I've seen many documentaries in the past, have written tens of dozens of research papers in my time, including my own master's thesis, but could never fathom putting in the amount of time and research toward a project as Byck and his crew have done with this film. Literally, there were a thousand names or more mentioned in the credits, and just by watching this film one actually captures the number of new faces sharing their own unique energy efficient stories, but not to simply leave it at that. The ground coverage that Byck put beneath his sails in gathering this information, accumulating nearly two hundred and fifty hours of film to be broken down and condensed into a film that's less than two hours in legnth is an astonishing task to say the least.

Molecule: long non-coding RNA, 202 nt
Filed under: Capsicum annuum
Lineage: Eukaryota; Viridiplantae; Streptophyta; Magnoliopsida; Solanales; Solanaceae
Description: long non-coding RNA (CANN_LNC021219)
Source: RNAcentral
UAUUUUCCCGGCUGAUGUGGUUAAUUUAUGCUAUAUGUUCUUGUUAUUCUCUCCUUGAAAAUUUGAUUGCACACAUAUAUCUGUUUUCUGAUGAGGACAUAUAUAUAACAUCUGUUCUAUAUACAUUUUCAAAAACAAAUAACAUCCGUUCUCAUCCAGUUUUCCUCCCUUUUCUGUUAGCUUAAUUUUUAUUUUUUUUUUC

I was lucky enough to catch the sneak peak opening last night at the Louisville Science Center Imax theatre, and also was able to meet Peter Byck himself, but with the hundreds of people that were in attendance there was little time for an actual interview. We spoke briefly, but the one thing that we did discuss was Byck's want for this film to stay in the theatres here locally more than a week or two. He explained that by doing so a national attention would most likely be caught, and their message could then therefore reach a larger audience. "Carbon Nation" opens this evening to the general public, Friday May 7th at the Village 8 movie theatre. It's located at 4014 Dutchman's Lane, Louisville, KY. 40207.
Photo Courtesy of Damian Gerlach